On to the interview, which I will break down into a number of parts:

Who is David W. Nicholls, D.D.S.?

The graphic below is from Dr. Nicholl’s website:

David Nicholls DDS Website Trooth.Com   The David Nicholls DDS Interview Part OneFlap: Why Trooth.Com?

Nicholls:

Well, in Utah, there seems to be a growing problem with individuals who are not specialty trained taking on specialty care and they are entitled to do that under the state’s Dental Practice Act. But, the state Dental Practice Act clearly states that if a general dentist is going to provide specialty care and advertise that he is providing specialty care that his advertisements must say that the services are performed by a general dentist. And, supposedly that font of the disclaimer is supposed to be of the same size as the largest font that he uses in his advertisements.

Additionally, the state Dental Practice Act states that a general dentist, providing specialty services, cannot make claims of superiority or advanced training when he has not gone through formal training – in terms as to how he represents himself to the public. And, in this case, Dr. Hendrickson, is a general dentist who has limited his practice to the surgical removal of wisdom teeth. And, he advertises very heavily. He has several billboards up and down the state, placards all over the community and multiple websites, all of which do not comply with that regulation. Meaning that he promotes himself as one who takes out wisdom teeth, that is all he does – you don’t need to see the oral surgeon because I can do it for you for whatever he is advertising.

The problem with that is that when people go to see him (Hendrickson) they don’t realize he is not an oral surgeon. He does provide the same level of care as an oral surgeon, but he is not trained. He graduated from Creighton in about 2003, as I understand it.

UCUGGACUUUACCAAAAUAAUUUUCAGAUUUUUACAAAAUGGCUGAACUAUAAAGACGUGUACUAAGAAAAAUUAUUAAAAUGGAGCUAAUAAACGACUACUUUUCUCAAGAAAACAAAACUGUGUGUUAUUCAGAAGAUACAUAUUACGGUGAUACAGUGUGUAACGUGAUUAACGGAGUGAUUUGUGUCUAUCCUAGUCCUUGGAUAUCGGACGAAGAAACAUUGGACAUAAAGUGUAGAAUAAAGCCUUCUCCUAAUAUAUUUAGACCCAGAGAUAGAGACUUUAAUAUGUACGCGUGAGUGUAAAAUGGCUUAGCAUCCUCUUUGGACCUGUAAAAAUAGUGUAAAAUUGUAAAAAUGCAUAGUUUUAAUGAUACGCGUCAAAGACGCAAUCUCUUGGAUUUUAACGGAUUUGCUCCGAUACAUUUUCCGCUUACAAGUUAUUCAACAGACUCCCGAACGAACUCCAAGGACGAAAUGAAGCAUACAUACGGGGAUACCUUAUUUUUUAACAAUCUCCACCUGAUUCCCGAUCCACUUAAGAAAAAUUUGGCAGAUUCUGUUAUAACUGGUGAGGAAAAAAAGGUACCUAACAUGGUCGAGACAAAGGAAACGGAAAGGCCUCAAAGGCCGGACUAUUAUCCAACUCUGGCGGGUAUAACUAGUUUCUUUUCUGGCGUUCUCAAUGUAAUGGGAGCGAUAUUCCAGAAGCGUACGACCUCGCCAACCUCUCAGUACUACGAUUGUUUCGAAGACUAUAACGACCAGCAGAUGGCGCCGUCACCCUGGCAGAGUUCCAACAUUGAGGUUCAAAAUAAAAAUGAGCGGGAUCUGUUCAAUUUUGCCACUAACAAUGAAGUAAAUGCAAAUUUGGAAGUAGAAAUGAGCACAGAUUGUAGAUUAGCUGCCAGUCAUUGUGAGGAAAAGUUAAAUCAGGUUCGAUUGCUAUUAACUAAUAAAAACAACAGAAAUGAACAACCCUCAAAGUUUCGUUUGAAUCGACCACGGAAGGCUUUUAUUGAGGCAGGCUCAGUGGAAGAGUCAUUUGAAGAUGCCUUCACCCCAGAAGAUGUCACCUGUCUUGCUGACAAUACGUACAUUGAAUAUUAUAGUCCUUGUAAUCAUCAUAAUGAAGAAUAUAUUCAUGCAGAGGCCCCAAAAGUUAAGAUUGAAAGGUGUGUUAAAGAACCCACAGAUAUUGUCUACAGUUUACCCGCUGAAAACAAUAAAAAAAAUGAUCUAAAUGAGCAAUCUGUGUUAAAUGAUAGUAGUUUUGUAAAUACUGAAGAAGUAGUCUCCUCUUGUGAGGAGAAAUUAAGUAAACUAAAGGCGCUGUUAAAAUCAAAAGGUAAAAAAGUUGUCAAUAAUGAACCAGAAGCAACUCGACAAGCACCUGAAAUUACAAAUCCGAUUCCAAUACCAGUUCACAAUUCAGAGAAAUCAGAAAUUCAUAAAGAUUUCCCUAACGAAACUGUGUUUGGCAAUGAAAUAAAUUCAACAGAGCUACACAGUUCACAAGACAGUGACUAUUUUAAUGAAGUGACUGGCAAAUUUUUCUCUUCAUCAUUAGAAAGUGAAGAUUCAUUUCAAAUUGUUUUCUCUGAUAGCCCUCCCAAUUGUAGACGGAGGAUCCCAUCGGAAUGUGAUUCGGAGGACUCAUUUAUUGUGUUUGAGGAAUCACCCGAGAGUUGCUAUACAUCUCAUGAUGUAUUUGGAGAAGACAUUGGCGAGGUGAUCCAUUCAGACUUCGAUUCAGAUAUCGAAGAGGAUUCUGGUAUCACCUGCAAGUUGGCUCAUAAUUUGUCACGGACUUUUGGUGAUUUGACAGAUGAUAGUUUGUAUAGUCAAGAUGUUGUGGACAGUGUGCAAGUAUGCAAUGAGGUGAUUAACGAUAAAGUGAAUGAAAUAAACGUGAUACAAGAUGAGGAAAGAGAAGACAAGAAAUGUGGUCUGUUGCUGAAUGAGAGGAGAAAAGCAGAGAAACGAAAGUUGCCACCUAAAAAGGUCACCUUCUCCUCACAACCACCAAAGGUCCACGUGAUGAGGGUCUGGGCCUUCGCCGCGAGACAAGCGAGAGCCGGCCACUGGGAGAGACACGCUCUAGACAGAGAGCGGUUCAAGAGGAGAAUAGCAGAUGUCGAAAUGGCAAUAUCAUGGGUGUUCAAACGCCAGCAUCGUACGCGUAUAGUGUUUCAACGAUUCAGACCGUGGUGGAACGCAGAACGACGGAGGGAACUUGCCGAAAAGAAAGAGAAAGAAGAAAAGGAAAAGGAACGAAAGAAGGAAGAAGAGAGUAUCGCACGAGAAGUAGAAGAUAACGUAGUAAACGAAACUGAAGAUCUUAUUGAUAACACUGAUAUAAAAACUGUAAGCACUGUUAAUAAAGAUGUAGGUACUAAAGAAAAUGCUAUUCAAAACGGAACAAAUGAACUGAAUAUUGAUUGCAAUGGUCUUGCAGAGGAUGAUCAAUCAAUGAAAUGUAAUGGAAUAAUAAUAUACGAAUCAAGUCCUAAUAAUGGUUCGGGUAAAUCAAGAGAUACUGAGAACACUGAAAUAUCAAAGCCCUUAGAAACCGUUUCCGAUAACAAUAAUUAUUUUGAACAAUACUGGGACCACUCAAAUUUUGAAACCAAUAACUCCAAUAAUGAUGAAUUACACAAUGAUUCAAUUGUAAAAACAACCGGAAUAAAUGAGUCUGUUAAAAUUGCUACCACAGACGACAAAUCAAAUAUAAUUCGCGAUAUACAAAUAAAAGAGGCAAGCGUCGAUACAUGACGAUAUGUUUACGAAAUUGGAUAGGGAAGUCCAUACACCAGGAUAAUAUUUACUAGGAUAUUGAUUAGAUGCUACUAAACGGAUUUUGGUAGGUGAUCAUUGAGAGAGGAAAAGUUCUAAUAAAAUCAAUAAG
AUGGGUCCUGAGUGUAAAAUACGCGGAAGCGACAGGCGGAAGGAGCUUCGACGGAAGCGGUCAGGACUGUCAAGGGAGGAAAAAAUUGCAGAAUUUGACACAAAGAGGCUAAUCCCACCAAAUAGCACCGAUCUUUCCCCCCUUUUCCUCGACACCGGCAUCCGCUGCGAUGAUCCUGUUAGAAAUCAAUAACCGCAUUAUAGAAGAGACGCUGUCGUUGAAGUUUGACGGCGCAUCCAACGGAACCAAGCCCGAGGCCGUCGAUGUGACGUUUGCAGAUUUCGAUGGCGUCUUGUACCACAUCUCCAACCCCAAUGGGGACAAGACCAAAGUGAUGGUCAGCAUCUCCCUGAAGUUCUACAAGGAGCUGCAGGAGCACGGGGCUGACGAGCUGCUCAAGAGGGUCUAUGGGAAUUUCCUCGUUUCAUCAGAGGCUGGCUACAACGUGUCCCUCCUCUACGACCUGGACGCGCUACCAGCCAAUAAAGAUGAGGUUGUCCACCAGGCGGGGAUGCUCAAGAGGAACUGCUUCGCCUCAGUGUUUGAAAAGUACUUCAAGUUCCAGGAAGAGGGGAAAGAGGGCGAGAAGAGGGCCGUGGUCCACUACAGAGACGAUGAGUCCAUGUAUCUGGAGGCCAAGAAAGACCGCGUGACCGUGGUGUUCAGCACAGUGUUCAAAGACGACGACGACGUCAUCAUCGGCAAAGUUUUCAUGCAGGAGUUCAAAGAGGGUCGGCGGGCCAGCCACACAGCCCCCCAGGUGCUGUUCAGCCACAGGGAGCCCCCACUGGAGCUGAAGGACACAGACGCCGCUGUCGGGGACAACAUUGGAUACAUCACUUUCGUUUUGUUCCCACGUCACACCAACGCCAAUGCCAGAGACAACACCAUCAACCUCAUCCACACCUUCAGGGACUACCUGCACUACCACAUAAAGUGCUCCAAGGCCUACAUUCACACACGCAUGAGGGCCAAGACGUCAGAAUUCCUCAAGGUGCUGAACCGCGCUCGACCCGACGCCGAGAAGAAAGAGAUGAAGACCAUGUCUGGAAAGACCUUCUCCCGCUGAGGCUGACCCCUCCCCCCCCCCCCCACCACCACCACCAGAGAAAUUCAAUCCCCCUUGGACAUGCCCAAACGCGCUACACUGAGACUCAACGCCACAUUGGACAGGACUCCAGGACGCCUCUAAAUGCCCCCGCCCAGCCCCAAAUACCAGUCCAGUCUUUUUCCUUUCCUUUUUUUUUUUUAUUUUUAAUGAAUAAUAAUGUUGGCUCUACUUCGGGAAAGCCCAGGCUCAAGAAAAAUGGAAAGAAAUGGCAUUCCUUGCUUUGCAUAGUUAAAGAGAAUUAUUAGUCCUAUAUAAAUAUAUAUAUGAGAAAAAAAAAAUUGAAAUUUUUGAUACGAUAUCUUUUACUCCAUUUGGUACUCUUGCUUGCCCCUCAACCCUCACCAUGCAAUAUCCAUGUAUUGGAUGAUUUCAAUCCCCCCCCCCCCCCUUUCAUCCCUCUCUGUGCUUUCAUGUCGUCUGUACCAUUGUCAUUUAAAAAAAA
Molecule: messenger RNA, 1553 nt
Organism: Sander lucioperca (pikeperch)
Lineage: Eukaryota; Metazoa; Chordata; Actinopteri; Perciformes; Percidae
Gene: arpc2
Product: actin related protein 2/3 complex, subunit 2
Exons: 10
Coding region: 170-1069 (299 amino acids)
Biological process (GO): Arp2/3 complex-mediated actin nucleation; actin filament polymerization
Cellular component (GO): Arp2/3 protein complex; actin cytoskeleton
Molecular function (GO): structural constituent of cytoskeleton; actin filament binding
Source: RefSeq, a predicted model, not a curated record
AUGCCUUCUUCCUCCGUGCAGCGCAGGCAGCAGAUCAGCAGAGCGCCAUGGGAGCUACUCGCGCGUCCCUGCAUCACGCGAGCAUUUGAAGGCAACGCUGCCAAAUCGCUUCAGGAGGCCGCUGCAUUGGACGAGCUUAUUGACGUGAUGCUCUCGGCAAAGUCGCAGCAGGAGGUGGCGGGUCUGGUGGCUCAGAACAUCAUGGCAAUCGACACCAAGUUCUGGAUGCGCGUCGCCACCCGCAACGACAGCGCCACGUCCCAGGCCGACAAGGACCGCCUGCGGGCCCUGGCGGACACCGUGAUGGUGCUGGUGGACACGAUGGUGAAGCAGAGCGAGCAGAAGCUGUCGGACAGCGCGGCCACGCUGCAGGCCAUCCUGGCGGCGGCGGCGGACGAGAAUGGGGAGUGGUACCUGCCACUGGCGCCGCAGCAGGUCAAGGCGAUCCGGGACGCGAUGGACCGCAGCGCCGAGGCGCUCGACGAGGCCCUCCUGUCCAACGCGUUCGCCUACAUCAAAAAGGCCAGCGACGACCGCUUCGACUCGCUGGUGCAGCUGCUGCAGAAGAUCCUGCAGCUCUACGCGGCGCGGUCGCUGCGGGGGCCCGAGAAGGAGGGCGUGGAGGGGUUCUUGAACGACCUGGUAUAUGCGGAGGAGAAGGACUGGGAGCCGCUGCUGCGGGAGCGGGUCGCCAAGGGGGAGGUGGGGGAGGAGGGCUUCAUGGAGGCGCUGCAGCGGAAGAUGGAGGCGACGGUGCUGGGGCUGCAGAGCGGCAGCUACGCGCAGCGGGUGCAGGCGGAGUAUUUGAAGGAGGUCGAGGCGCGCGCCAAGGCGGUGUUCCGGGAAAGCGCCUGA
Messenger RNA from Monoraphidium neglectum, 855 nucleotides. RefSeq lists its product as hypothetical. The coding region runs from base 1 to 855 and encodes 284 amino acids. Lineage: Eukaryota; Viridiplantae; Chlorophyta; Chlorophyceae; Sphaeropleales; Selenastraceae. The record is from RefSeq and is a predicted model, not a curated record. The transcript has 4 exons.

He uses a nurse anesthetist as the anesthetic, which is OK. But, we, as oral surgeons in the community around him have seen patients who come from his practice who develop post-operative complications, the way of infection, that is the most common one. And, so what happens is the patient either loses confidence in his practice and come and see the oral surgeon to treat the complication or the complication is beyond his ability to treat.

So, this creates a dynamic, where people are going to his practice because of the advertisement, but they do not know, until after the fact, that he is not an oral surgeon. And, that is the part we take issue with.

Any dentist can perform, any kind of treatment within the realm of his training under the Dental Practice Act. But, if he is going to advertise himself as doing that exclusively as a specialty then he is bound by the Dental Practice Act to state that to the public, so the public knows what they are getting, when they go to see that practitioner.

And, what happened is, we as his colleagues in the community have asked him several times to make that clear because as we have researched the circumstances we realize the public doesn’t know that and many of them feel that it has been misrepresented to them. And, he has not been responsive to that.

And, the professional regulation, in Utah run by the Department of Public Licensing (DOPL) which also covers physicians and other kinds of professionals who are licensed – and, so their main concerns are drug abuse and inappropriate contact with patients and that kind of thing. So, when DOPL was advised regarding these Dental Practice Act infractions, they just haven’t acted. They have too much else to do.

So, because Dr. Hendrickson did not respond and we got no support from DOPL, we felt the only thing left to do was, in the interests of truthful rendering of specialty care in our area, was to undertake a public education campaign.

And, that is our interest. And, that is our interest only.

Later in the interview, I asked in follow up, what kind of formal contact from the Trooth.Com Board or individual oral surgeons was made to Dr. Hendrickson. Dr. Nicholls replied that the Board had sent him a letter.

I requested a copy of the letter and Dr. Nicholls said that he would have to check with their legal counsel before he could supply the document. I will try to get the letter from the Board, Dr. Nicholls or from Dr. Hendrickson.

In Part Two of the interview, I will delve more into the issues of why the Board has seemingly taken the enforcement of the Utah Dental Practice Act into their own hands and what impact Dr. Nicholls sees in their public awareness campaign.

We will also discuss why some may see this awareness campaign, simply, as a Turf War, between specialty trained dentists who want to protect their own business interests from Dr. Hendrickson.

Stay tuned….